by Kevin Sun
The College Football Playoff Committee released it’s first Top 25 rankings for the 2015 season last Tuesday, and both FiveThirtyEight and the Upshot decided it was a good time to publish their first analyses and predictions for this season’s playoff.
The two publications take distinct approaches to the problem, revealing unique challenges and limitations of applying statistical methods to a sport as bizarrely organized as top-division American collegiate football, while raising interesting questions about the role of statistics in journalism in general, beyond the world of sports.
(The latest predictions from FiveThirtyEight (with this weekend’s results taken into account) can be found here: http://fivethirtyeight.com/features/heres-how-our-college-football-playoff-predictions-work/ and explanation of their methodology can be found here: http://fivethirtyeight.com/features/heres-how-our-college-football-playoff-predictions-work/, while the latest predictions from the Upshot are here: http://www.nytimes.com/interactive/2015/11/03/upshot/2015-college-football-playoff-scenarios.html.)
As you’d expect, Nate Silver and co.’s way of predicting the CFP is “pretty geeky and statistical,” in their words. The end product of their analysis is a table showing the numerical probabilities of various teams reaching different positions in the rankings, the playoff, and the national title.
One of the first questions this approach raises is quite simply what those probabilities mean. While statistical analysis has greatly improved our understanding of sports such as baseball or basketball, with their high number of discrete and independent events, the sample size of a single football season isn’t large enough for the rule of large numbers to kick in. What does it mean when you say Mississippi has a 75% chance of beating Arkansas, and then they lose? Are you wrong or just unlucky? The next time these two teams meet, next year, the circumstances will be quite different.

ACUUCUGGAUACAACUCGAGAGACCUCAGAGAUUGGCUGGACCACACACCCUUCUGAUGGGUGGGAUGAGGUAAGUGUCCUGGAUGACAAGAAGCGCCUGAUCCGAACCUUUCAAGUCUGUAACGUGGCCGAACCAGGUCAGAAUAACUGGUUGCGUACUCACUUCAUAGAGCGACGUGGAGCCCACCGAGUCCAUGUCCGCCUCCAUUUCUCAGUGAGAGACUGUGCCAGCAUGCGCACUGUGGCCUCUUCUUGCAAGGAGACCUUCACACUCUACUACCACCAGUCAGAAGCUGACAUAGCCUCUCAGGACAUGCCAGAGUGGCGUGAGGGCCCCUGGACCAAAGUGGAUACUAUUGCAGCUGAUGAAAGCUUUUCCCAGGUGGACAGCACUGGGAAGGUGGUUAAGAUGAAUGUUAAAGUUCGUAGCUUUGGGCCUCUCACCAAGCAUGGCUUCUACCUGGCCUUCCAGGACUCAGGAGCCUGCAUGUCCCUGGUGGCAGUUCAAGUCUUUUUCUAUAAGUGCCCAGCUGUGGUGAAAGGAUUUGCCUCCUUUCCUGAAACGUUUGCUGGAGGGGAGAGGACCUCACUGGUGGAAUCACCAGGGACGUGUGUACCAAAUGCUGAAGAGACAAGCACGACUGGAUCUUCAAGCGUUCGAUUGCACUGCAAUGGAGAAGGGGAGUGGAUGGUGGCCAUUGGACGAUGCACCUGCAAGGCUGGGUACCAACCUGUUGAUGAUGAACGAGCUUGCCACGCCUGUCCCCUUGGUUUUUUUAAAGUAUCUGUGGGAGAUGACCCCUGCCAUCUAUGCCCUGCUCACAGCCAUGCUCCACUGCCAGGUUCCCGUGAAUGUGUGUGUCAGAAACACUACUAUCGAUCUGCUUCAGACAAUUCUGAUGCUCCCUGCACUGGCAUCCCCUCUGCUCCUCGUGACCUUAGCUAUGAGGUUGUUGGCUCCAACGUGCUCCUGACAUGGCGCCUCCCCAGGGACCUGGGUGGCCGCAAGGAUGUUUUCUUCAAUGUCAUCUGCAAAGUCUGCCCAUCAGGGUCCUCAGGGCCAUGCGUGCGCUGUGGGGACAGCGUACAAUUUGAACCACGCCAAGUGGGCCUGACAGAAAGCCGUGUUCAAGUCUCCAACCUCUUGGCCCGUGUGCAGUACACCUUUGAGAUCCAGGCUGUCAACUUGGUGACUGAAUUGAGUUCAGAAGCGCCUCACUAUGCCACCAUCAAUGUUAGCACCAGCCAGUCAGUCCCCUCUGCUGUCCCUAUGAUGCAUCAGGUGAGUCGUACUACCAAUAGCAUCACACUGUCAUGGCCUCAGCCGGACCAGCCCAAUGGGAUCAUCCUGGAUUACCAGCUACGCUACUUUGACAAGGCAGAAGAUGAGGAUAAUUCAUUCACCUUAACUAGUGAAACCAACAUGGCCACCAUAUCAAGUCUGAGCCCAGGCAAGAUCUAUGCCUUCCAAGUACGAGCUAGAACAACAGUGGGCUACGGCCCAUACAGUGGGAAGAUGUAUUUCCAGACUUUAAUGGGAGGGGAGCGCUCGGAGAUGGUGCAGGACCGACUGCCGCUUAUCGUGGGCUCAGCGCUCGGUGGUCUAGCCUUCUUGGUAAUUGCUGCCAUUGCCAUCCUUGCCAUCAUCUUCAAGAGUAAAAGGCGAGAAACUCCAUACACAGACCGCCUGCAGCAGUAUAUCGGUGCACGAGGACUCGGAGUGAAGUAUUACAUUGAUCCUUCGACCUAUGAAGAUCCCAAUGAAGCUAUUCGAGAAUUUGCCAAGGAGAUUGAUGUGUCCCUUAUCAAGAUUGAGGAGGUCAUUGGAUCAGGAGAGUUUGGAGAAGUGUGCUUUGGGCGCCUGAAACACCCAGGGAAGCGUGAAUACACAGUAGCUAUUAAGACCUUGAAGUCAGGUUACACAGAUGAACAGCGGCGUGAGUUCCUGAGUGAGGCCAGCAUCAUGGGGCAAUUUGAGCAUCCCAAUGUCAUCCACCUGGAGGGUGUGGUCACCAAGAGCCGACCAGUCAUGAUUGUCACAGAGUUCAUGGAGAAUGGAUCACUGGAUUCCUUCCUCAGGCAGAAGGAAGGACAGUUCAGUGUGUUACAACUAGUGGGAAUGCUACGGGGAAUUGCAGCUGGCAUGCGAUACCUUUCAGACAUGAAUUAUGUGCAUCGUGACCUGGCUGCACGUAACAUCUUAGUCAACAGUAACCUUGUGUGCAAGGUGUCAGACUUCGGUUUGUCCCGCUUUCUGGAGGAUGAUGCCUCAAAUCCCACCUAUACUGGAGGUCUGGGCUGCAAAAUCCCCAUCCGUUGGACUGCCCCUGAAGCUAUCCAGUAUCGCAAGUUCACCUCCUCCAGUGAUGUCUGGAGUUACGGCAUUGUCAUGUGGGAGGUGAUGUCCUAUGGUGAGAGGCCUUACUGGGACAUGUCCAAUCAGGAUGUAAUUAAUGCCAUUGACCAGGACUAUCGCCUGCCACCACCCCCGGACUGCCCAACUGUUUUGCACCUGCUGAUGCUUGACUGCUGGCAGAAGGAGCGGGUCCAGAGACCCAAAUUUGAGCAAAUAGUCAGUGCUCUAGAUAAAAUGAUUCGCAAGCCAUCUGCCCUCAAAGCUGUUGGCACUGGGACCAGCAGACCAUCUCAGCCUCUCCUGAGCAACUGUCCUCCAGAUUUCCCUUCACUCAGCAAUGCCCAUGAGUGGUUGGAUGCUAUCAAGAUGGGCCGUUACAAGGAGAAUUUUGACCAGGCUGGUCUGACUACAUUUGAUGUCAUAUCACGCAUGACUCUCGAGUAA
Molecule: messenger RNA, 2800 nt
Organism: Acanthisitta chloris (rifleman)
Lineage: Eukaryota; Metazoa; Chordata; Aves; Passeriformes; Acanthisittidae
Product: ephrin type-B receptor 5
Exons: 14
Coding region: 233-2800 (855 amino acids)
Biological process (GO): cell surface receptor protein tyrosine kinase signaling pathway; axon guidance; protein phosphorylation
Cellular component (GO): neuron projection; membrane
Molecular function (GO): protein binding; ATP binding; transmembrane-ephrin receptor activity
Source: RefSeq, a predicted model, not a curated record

The biggest complicating factor also stems from this extremely limited sample size – in a top division consisting of 128 teams, each team only plays against 12 opponents in the regular season. Schedules are unbalanced, so instead of calculating rankings based on win-loss record etc. like almost any other sports league in existence, the rankings are determined by a 13-member committee – and this is another area where FiveThirtyEight’s modeling has not done very well (yet).
Last year, a team which FiveThirtyEight predicted as having a 91% chance of being the playoff – TCU – ending up not making it. So this year, FiveThirtyEight adjusted their model to account for the committee’s tendency to… flip-flop for no obvious reason (paraphrasing). When your model basically has ¯\_(ツ)_/¯ as one of its inputs, you have to wonder if modeling a committee’s decisions with a statistical model is really the best approach.
This brings us to the Upshot’s take on the playoff, which it describes as “A Smarter Way to Look at the Scenarios.” The Upshot tries to really understand the committee’s reasoning, largely by looking at conferences rather than individual teams. But it leaves it at that – no attempt is made to calculate actual probabilities.
Which approach is better? It’s hard to say. The new College Football Playoff system is only in its second year, so FiveThirtyEight’s numerical model could likely improve with more data. The Upshot’s approach seems to make sense, but glosses over the fact that the committee isn’t just one mind, but rather thirteen individuals plus an arcane voting procedure, so the end result doesn’t reflect any member’s thinking.
Looking beyond the sports world, I wonder how often statistical methods really get applied to committee decisions. Much like the Playoff Committee, other decision-making bodies (the Supreme Court, the UN Security Council, company boards, etc.) are obviously constrained by reality and facts, but at the same time there are individual beliefs and agendas, and even procedural idiosyncrasies that can result in broad range of outcomes. And unlike elections, where the rule of large numbers probably simplifies things, committee decisions can much more easily hinge on an individual decision.
As our understanding of sports continues to become more and more quantified, the College Football Playoff Committee serves as an interesting case where individual decisions have an outsized role in determining outcomes, and reminder of the challenges of statistically understanding other, more important, decision-making entities as well.
Because no matter how irrational and historically contingent the structure of modern big-time American college football may be, its quirks pale in comparison to the political and social structures of the “real” world.